new parents

‘Being there’ for brand new moms and dads

Three of my daughters have given birth recently. I am not sure that I have done it right, but I have given a lot of thought to how to support them and their young families. I love being part of this important time in their lives, but I am respectful of them and I love seeing them working as a team with their husbands. Here is what I’ve learned.

Be humble.
If you haven’t had a baby in the last fifteen years, you know nothing, so you need to follow your daughter’s lead. The crib is streamlined – no blankets, no bumpers. Babies are swaddled (think burrito) and put to bed on their backs.

Be flexible.
The world revolves around the baby’s schedule, so you are most useful when you are available, but not demanding. Don’t be one more person who needs to be attended to. Do not announce that you will arrive at a specific time and expect to be welcomed. Be ready to bring them flat white coffees or make the pharmacy run. Take a book or a project when you go to your daughter and reassure her that you are delighted to help when needed. I had a wonderful time in San Francisco with ‘the other new grandmother’. We had fun together while being constantly available, and hopefully useful, when called upon by the new parents.

Dad’s are equal partners.
My sons-in-law have all taken ‘paternity leave’ and they change diapers, cuddle and swaddle with the best of them.

Look for support jobs while the new mom and dad bond with their their child.
Do the dishes and the laundry. I pumped up a car tire which was showing low pressure. It turns out that it’s fun to cross things off someone else’s ‘to-do’ list.

Help with the practical side of the trip home from the hospital.
The new parents will have last minute questions for the doctors and nurses and they are probably going to be wrestling with an unfamiliar car seat and equipment. Your job is to get the car into place and then make sure that you collect everything from the hospital room. My girls were happy to have disposable pads and other unmentionable hospital offerings for their first few days at home.

Provide meals, but don’t expect people to sit down at mealtime.
The best choices are meals which can be eaten when the new mom is awake and feeling hungry, whenever that is. My daughters loved having individual portions of nutritious soup ready in the fridge. They would heat it up when they were up for the 3 AM feeding.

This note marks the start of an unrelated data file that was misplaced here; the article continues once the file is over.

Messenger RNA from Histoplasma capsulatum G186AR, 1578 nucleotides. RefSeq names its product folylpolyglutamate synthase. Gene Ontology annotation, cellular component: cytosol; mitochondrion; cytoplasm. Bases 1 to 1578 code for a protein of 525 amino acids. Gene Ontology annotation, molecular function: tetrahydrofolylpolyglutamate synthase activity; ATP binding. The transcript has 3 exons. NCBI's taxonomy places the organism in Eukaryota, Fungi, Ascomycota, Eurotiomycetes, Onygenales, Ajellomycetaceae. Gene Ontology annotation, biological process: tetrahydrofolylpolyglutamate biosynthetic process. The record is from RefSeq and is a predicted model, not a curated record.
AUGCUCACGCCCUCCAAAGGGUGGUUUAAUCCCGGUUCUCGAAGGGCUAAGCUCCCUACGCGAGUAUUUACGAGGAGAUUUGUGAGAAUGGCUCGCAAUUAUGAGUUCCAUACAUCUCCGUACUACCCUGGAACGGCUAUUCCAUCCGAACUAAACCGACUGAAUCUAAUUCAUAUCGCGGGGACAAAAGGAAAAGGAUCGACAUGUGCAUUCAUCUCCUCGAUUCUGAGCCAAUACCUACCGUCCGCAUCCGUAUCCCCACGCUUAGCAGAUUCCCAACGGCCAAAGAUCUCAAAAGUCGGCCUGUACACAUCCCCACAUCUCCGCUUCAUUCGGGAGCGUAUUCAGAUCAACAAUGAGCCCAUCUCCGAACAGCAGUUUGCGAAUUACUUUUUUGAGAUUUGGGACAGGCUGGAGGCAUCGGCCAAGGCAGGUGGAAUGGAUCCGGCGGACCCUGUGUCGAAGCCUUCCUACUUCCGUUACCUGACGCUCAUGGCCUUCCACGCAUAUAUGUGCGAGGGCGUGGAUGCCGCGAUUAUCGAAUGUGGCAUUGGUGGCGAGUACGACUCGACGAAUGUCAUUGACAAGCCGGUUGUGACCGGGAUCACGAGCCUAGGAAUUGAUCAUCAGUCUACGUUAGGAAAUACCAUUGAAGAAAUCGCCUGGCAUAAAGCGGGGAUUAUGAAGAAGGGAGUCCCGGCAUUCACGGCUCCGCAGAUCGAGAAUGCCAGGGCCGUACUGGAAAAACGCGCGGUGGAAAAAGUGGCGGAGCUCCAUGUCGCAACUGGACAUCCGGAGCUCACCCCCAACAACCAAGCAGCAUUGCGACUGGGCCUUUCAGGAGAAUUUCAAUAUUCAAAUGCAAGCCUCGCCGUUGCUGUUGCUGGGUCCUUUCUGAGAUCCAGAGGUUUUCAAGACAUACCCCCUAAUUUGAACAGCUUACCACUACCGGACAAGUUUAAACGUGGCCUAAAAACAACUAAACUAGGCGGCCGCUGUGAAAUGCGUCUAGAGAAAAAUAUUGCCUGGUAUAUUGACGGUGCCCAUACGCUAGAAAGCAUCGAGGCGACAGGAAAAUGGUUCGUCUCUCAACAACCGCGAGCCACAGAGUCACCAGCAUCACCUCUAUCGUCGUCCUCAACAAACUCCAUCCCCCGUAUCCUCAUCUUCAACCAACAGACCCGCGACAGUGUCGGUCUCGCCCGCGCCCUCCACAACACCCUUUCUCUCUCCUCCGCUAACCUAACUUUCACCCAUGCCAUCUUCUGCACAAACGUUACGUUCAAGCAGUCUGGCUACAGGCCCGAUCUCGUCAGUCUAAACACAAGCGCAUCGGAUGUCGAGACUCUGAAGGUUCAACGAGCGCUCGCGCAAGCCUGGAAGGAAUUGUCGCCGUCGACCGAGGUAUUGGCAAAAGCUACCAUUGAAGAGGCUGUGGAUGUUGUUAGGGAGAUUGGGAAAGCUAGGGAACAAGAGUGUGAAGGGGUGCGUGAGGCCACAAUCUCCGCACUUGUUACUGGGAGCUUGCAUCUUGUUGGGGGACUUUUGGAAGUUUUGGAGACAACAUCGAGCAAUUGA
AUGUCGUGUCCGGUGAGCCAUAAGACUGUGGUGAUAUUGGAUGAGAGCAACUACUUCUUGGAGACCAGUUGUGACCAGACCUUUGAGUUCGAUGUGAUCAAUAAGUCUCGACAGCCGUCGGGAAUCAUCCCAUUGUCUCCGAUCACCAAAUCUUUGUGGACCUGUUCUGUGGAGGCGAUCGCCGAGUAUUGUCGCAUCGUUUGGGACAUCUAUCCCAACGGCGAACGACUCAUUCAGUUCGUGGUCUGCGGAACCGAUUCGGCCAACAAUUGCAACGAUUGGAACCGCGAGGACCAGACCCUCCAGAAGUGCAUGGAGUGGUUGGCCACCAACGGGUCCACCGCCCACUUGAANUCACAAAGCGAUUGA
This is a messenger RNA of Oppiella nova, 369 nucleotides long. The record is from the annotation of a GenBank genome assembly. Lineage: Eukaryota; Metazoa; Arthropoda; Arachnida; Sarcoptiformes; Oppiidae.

Be healthy.
Take them seriously when they tell you to have a flu shot and stay away if you are sick.

Anticipate the potential tough spots and help smooth them over.
My daughters have felt keyed up and energized for a few days right after delivery. At some point they each have a moment of recognition of the enormity of the love and responsibility for their child – just when the lack of sleep, recovery from delivery and cabin fever are all getting old. Remind them to ask for help and to take care of themselves. Their health supports a thriving baby.

Respect the new parents.
Answer questions when asked, but do not dictate. They are not going to do things exactly the way you would. Your job is to support and celebrate. Do not judge or provide too much advice.

Make the arrival of a sibling fun for older siblings.
Give a ‘big brother/sister’  present from the newborn or take your grandchildren on a special outing. When their parents were welcoming their new twins, I had a few days with my two-year-old grandson and another few with my granddaughters – which none of us will ever forget. Parents worry about a toddler’s transition when a new sibling arrives – you can help make the baby’s arrival a positive addition in the siblings lives.

Practical things you can do:

Feed them. Either cook yourself, or call for take-out meals.

New babies attract visitors. Stock the fridge and larder. Make sure that there is tea, LaCroix sparkling water, wine, beer, nuts, cheese and crackers, cookies – whatever your daughter likes to provide. She does not need to be thinking about this.

If you can afford it, consider offering a baby nurse or a doula. You may think that you know it all and you may be willing to take the night shift, but these women are pros. New parents are comfortable asking questions and reassured when told that the ‘spit up’ is normal. These nurses will work 24/7 or take the night shift. Your daughter will sleep well and recover her energy fast with just one or two brief wake-ups for nursing or pumping at night.

Post maternity clothing is a whole category in itself, but your daughter has been carrying a beach ball above her hips for months. She will appreciate a few new, comfortable clothes that are not too tight and will work for nursing.


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